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Scientific Programme



Full programme with abstracts available here.




CHA = Connecting habitats

CSB = Communication, symbiosis and behaviour

CSG = Chemosynthetic symbioses in the genomic and post-genomic era

EBC = Endophytism and biological control

EFM = Ecology and functionality of microbiomes (plants, vertebrates, invertebrates)

EMM= Establishment and maintenance of mutualism

FPM= Functional plant microbiomes: effects of endophytes and epiphytes on plants

HOL= Holobionts as players in ecological stress gradients

IAM=Interdisciplinary approach to mycorrhizal symbiosis 

LIS=Lichen symbionts: marriage, divorce, and domestic partnership 

MWH= Molecular and cell biology of Wolbachia-host interaction

NBS=Nematode-bacteria symbioses

REB=Reticulate evolution before and after the modern synthesis: historical and epistemological perspectives and wider applications beyond traditional fields

SBI= Symbiont-based improvement of plant nutraceutical value

SLS=Symbiotic lifestyle switching

SMI= Symbionts in multipartite interactions: ecology, evolution and regulatory mechanisms

STR=Strigolactones role in plant symbiosis in the rhizosphere

SYM= Symbiotic microbes - new frontiers in applied biotechnology 

TSY=Teaching symbiosis: look at successful strategies


PLEASE NOTE: This schedule may be subject to change




Plenary lectures



Dorion Sagan


“The evolutionary persistence of sex and aging - Why NeoDarwinists are wrong about group selection on a symbiotic planet”


Four billion years of evolution on a crowded planet have made life on Earth richer than accounted for in neo-Darwinism. In this talk I take a look at the new biology, focusing on aging and the need to re-introduce group selection to explain aging as an internal process. Looking at older views, including the very popular but factually flawed Free Radical Theory, as well as the more sophisticated and evolutionary theories begun by Sir Peter Medawar, I argue for a rapprochement between mainstream Darwinism and newer biological approaches with their focus on symbiosis, microbiome, and interspecies relationships. A new theory, better in accord with the facts—The Black Queen hypothesis, also the subject of a new coauthored book—better explains senescence. Like the Red Queen theories that have been accepted by neo-Darwinism to explain the persistence of meiotic reproduction, the Black Queen theory invokes selection at the population level. In this talk I will discuss the work of Lynn Margulis, my mother and writing partner for thirty years, as well as the neo-Darwinist William D. Hamilton and the lepidopterist (and novelist) Vladimir Nabokov. Sexual reproduction seems to have evolved from protist cannibalism, and perhaps been maintained in part because of the protection it afforded against epidemics. Likewise, senescence, evolving from apoptosis and replicative senescence in protists, seems to have been selected for its ability to mitigate dangerously fast population growth.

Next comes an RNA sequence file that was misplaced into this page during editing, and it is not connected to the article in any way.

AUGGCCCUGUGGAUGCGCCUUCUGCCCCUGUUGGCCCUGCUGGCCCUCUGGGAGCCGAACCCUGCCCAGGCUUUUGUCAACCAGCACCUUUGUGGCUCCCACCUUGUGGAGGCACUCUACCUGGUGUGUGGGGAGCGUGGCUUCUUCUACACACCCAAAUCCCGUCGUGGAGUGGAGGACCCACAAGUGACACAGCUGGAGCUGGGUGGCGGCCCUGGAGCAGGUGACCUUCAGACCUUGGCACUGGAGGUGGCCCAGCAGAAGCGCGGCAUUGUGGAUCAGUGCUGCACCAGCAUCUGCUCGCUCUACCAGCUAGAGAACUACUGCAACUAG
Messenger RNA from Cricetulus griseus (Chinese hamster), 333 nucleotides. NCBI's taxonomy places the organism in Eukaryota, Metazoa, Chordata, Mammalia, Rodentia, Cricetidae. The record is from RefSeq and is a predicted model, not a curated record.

Rusty Rodriguez


“Wine, witches and wilderness: the sculpting of civilization by microbial symbionts”


The development of microbial photosynthesis 3.4BYA is theorized to be responsible for the accumulation of atmospheric oxygenic sufficient for aerobic respiration which began approx. 1-2 BYA.  That led to an explosion of biological diversity eventually resulting in the emergence of land plants and animals. Fossil records indicate that when plants moved onto land approx. 450 MYA, they were intimately associated with filamentous fungi.  Although Symbiosis was not defined until 1865 by Anton DeBary, there are many examples throughout history of how symbiosis sculpted civilization.  The symbiotic continuum spanning from mutualism to parasitism has collectively been responsible for some of the most beautiful and horrific events in history, each of which altered the future.  In recent times, it has become clear that symbiosis has also sculpted plant and animal life on earth.  Since DeBary’s remarkable description, it has become clear that all plants and animals are symbiotic with communities of microorganisms and that the vast majority of these interactions are non-pathogenic.  In fact, it appears that plants and animals can not survive without their microbial communities which play important roles in their ecology, adaptation, and fitness.  I will discuss how symbiosis has sculpted civilization through agricultural development, human behavior and ecosystem health, and the potential of symbiosis for future sustainability.